A must-read for any data journalist, aspiring or otherwise, is Simon Rogers’ post on The Guardian Datablog where he compares public and private sector pay.
This is a classic apples-and-oranges situation where politicians and government bodies are comparing two things that, really, are very different. Is a private school teacher really comparable to someone teaching in an unpopular school? What is the private sector equivalent of a director of public health or a social worker?
But if these issues are being discussed, journalists must try to shed some light, and Simon Rogers does a great job in unpicking the comparisons. From pay and hours worked, to qualifications and age (big differences in both), and gender and pay inequality (more women in the public sector, more lower- and higher-paid workers in the private sector), Rogers crunches all the numbers: Continue reading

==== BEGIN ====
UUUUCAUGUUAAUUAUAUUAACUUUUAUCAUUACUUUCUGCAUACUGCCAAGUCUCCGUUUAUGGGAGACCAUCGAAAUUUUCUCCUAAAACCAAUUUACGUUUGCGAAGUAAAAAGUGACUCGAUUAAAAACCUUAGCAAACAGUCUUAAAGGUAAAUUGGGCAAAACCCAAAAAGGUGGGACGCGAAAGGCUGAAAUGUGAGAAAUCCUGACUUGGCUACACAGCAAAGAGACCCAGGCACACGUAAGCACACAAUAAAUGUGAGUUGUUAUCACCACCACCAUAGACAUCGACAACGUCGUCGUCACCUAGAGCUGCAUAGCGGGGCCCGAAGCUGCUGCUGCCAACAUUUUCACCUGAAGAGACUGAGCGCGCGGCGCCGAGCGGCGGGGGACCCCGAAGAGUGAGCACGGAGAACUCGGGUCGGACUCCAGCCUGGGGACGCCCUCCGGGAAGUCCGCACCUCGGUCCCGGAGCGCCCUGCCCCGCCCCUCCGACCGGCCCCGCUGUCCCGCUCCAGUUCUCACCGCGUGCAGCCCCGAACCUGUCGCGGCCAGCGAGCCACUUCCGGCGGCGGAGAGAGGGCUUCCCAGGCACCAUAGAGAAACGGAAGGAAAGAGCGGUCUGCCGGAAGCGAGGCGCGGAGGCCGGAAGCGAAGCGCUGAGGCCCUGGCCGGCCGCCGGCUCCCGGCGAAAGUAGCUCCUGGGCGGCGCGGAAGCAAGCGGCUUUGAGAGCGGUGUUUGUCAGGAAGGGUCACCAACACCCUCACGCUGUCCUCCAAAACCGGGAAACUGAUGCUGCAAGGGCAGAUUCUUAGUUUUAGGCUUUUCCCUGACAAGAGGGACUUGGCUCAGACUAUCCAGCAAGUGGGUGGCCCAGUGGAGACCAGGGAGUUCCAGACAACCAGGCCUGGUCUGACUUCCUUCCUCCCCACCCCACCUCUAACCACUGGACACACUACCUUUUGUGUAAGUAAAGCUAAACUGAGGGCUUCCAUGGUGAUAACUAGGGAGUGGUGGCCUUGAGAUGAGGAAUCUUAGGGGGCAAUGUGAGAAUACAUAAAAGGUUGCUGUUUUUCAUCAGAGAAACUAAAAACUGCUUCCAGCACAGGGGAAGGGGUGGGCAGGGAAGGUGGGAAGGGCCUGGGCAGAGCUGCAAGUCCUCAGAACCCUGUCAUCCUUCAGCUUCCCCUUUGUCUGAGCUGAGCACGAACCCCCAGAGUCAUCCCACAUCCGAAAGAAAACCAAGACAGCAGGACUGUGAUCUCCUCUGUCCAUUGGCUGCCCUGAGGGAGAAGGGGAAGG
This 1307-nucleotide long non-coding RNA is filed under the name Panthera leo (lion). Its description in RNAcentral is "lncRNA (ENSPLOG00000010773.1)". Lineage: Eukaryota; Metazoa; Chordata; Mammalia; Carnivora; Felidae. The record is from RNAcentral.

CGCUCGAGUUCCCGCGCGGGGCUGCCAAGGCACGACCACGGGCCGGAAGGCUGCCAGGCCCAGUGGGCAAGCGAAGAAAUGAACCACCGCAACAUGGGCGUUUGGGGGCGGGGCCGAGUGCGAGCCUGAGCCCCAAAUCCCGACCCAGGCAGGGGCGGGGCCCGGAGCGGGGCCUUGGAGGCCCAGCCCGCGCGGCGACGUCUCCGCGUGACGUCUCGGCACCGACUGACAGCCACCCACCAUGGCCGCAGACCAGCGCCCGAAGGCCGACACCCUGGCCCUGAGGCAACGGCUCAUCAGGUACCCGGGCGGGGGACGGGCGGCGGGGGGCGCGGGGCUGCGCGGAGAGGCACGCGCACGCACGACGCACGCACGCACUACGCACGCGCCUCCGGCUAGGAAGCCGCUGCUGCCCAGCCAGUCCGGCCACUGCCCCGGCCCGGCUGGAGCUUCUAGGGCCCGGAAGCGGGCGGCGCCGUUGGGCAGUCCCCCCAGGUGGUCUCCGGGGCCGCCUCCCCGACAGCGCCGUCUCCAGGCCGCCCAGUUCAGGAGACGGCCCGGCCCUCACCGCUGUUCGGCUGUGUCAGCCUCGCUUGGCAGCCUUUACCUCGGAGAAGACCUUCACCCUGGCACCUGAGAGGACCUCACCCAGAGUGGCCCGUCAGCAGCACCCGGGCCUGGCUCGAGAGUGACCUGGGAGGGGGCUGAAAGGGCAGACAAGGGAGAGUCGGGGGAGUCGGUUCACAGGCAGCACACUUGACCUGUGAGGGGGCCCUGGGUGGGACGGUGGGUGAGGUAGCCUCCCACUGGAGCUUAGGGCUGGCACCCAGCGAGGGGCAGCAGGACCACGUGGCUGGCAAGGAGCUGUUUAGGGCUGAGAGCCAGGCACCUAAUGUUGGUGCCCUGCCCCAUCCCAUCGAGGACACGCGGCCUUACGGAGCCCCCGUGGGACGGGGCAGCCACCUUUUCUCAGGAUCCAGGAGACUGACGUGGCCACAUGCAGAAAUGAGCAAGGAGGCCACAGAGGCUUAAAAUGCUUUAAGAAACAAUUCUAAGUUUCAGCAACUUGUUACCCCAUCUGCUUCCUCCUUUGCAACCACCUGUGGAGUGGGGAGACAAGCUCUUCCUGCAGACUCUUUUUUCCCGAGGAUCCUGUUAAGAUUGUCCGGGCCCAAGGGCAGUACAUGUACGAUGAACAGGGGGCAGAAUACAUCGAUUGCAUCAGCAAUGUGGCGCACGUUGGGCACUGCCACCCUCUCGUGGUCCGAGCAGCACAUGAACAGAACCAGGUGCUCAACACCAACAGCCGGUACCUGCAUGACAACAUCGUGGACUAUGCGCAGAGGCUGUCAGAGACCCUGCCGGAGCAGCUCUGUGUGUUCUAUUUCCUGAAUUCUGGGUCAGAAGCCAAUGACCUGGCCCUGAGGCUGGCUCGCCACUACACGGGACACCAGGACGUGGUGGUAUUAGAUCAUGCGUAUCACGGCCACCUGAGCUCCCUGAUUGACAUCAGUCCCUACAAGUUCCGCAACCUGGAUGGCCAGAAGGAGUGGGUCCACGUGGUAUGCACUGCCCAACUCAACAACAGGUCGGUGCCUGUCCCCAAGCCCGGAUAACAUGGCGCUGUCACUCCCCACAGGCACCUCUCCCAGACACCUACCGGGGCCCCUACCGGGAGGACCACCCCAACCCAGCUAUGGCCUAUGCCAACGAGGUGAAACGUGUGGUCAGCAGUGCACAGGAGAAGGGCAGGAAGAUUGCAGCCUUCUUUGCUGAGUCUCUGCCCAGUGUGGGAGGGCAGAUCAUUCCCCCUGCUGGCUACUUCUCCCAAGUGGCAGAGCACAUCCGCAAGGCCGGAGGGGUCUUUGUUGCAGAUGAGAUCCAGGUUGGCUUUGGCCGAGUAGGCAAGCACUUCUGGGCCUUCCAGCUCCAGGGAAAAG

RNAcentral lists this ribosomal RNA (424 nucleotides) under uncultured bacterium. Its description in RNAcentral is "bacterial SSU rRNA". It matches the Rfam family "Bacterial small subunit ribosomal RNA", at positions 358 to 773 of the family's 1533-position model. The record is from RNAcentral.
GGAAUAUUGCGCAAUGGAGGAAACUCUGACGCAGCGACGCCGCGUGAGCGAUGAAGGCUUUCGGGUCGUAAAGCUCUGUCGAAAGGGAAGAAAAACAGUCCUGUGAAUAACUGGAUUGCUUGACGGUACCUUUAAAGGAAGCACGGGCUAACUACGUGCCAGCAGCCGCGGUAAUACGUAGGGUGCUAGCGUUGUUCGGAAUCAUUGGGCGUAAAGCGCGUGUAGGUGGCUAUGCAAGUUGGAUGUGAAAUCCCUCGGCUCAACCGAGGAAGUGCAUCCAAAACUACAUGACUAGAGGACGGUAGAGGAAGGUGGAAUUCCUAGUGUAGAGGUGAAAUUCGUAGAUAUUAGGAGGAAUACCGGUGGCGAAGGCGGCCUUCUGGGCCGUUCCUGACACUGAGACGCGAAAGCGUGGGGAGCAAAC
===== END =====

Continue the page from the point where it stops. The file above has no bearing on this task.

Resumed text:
Even though I had followed the latest financial crisis since its inception on every news site of relevance, I had to wait for the Atlantic’s cover story on the topic to understand where Wall Street had gone wrong (at least to the extent that anyone understood it).
While online news as it exists today is great for 24/7 access, real-time updates, increased transparency, and multiperspectival discussions, it still lacks the depth and detail of a feature story in a print magazine.
As a proponent of digital communication, I can appreciate the pervasiveness of news coverage in the online age, but as a student of journalism I often crave the completeness of long-form journalism, which is lacking on the Internet.
In a very enlightening article in the Nieman Reports’ fall edition, Matt Thompson brings up this very point about digital journalism. Thompson writes that while each new day brings with it an array of breaking news stories on various topics, virtually none of them purport to explain the significance, context or relevance of the subject at hand. Continue reading